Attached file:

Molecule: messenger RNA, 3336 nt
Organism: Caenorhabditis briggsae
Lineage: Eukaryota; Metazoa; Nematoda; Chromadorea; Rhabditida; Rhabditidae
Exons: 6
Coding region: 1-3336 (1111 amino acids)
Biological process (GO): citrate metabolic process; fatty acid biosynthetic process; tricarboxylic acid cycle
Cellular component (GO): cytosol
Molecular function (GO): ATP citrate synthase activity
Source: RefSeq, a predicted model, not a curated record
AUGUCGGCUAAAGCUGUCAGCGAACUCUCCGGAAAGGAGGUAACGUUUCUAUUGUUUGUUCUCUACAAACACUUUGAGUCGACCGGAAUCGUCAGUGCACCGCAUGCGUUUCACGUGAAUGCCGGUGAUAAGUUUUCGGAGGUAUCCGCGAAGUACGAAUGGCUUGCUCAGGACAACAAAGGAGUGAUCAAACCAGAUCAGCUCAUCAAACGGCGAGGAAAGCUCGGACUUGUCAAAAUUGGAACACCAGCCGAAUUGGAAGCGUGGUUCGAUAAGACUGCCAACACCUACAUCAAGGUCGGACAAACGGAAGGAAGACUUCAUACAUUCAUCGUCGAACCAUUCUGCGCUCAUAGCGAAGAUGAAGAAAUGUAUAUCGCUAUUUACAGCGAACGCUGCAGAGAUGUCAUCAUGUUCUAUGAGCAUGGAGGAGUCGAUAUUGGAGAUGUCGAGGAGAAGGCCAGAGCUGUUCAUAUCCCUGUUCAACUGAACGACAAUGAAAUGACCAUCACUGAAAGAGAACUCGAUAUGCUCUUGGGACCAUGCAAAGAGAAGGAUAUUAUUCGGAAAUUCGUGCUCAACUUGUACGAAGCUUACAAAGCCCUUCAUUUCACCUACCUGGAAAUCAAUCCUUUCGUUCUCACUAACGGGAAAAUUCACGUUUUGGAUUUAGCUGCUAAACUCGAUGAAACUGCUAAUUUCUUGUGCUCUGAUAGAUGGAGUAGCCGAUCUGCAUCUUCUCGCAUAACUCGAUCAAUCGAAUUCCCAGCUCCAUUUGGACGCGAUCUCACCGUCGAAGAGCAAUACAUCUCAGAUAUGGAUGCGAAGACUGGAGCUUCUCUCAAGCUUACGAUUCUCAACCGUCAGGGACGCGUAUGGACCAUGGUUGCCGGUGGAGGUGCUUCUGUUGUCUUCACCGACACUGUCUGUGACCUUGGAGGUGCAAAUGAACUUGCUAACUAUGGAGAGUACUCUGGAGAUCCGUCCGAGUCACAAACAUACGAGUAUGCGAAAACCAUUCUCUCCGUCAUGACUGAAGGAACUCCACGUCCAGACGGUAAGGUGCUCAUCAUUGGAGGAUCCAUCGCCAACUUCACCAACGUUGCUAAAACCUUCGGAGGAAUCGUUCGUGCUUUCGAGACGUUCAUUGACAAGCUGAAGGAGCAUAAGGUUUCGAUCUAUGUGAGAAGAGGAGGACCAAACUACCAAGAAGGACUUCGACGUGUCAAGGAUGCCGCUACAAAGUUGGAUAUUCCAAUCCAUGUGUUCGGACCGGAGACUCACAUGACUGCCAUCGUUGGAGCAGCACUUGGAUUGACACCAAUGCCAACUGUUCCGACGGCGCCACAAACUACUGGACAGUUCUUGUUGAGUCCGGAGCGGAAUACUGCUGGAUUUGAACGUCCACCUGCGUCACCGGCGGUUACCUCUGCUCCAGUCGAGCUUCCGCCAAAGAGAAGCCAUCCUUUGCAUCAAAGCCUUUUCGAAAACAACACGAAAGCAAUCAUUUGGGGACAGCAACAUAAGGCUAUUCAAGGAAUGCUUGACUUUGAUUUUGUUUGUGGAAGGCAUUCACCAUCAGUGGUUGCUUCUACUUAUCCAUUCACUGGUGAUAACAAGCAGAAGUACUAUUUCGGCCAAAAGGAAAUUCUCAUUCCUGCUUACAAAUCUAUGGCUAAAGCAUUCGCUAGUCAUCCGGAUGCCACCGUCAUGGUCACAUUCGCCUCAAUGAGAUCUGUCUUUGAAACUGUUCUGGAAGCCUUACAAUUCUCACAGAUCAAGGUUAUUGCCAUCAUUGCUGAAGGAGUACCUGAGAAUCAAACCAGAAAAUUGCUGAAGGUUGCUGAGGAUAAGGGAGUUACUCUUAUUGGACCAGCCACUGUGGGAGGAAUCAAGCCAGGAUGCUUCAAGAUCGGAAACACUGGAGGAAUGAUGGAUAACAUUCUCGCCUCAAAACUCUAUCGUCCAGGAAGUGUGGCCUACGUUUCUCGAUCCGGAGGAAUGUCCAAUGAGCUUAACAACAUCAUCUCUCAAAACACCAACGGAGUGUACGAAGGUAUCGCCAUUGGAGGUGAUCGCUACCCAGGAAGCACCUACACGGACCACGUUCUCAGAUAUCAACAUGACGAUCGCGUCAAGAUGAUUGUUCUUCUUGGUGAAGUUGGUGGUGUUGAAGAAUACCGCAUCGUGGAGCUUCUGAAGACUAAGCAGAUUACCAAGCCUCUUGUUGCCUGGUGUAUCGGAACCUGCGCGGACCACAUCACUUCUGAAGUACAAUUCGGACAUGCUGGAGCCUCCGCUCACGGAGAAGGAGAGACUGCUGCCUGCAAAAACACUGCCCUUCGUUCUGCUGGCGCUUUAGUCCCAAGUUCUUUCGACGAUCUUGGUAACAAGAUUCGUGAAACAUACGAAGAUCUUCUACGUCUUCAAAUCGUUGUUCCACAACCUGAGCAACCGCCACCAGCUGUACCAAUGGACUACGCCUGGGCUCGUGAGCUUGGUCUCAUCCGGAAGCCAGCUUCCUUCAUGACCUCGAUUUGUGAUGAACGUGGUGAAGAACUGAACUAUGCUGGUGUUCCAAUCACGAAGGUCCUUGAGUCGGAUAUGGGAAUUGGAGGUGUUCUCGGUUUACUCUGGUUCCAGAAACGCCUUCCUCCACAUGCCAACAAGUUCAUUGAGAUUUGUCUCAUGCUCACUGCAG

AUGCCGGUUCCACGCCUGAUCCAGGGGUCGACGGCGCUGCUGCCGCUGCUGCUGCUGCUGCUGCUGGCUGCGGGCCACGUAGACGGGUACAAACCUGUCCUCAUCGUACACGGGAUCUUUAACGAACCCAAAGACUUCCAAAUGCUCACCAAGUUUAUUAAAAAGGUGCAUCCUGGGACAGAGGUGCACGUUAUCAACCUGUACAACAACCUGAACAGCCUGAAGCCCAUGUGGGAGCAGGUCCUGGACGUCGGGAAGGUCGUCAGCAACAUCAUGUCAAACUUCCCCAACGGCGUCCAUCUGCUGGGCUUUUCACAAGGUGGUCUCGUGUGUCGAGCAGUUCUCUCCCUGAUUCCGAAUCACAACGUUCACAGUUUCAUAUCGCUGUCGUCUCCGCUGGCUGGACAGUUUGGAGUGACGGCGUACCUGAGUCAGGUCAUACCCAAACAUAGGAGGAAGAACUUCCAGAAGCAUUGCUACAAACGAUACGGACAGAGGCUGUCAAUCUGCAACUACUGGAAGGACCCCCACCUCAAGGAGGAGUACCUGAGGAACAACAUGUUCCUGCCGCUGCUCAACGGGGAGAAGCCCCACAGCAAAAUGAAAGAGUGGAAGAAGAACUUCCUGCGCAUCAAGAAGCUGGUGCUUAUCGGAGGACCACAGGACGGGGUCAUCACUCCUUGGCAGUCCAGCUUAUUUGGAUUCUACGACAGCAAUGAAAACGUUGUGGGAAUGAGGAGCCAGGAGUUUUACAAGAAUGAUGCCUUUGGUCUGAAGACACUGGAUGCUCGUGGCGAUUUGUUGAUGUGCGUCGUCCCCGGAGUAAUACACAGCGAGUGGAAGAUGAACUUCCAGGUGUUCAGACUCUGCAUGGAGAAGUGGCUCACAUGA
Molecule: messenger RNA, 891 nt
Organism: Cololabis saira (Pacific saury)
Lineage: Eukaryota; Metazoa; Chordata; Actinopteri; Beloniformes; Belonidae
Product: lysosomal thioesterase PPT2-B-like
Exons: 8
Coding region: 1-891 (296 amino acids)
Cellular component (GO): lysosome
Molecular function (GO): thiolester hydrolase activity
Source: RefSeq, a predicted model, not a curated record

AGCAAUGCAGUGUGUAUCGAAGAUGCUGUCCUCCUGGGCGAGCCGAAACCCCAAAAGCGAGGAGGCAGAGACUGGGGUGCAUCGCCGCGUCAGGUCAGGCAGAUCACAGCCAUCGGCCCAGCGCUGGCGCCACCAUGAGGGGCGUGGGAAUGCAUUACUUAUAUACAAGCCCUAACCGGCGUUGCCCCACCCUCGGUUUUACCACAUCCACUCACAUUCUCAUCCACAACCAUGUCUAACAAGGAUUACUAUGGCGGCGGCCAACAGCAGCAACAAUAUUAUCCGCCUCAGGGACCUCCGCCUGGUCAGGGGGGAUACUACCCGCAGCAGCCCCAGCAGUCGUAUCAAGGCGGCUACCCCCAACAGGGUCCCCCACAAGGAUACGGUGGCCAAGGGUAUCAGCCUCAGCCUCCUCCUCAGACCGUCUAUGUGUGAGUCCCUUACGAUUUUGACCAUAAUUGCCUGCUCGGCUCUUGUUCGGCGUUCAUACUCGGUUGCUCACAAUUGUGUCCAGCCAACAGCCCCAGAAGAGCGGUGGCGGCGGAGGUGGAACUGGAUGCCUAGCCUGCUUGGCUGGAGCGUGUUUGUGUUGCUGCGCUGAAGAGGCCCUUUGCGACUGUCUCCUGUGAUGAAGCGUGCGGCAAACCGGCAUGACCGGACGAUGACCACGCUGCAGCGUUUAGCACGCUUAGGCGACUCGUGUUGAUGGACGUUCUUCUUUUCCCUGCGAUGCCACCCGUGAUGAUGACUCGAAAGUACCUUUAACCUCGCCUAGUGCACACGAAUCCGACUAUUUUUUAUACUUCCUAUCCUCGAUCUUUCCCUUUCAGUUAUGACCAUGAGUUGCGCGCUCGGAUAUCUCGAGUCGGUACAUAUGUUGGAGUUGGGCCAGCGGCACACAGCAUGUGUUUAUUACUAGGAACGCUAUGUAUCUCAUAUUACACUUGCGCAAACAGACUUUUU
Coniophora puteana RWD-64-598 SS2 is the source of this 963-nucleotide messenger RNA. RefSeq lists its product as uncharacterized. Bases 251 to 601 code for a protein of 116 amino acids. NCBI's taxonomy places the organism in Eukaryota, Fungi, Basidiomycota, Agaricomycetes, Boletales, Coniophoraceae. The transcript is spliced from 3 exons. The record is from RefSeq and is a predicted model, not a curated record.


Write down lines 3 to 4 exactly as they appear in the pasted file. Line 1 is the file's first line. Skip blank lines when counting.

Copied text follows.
Lineage: Eukaryota; Metazoa; Nematoda; Chromadorea; Rhabditida; Rhabditidae
Exons: 6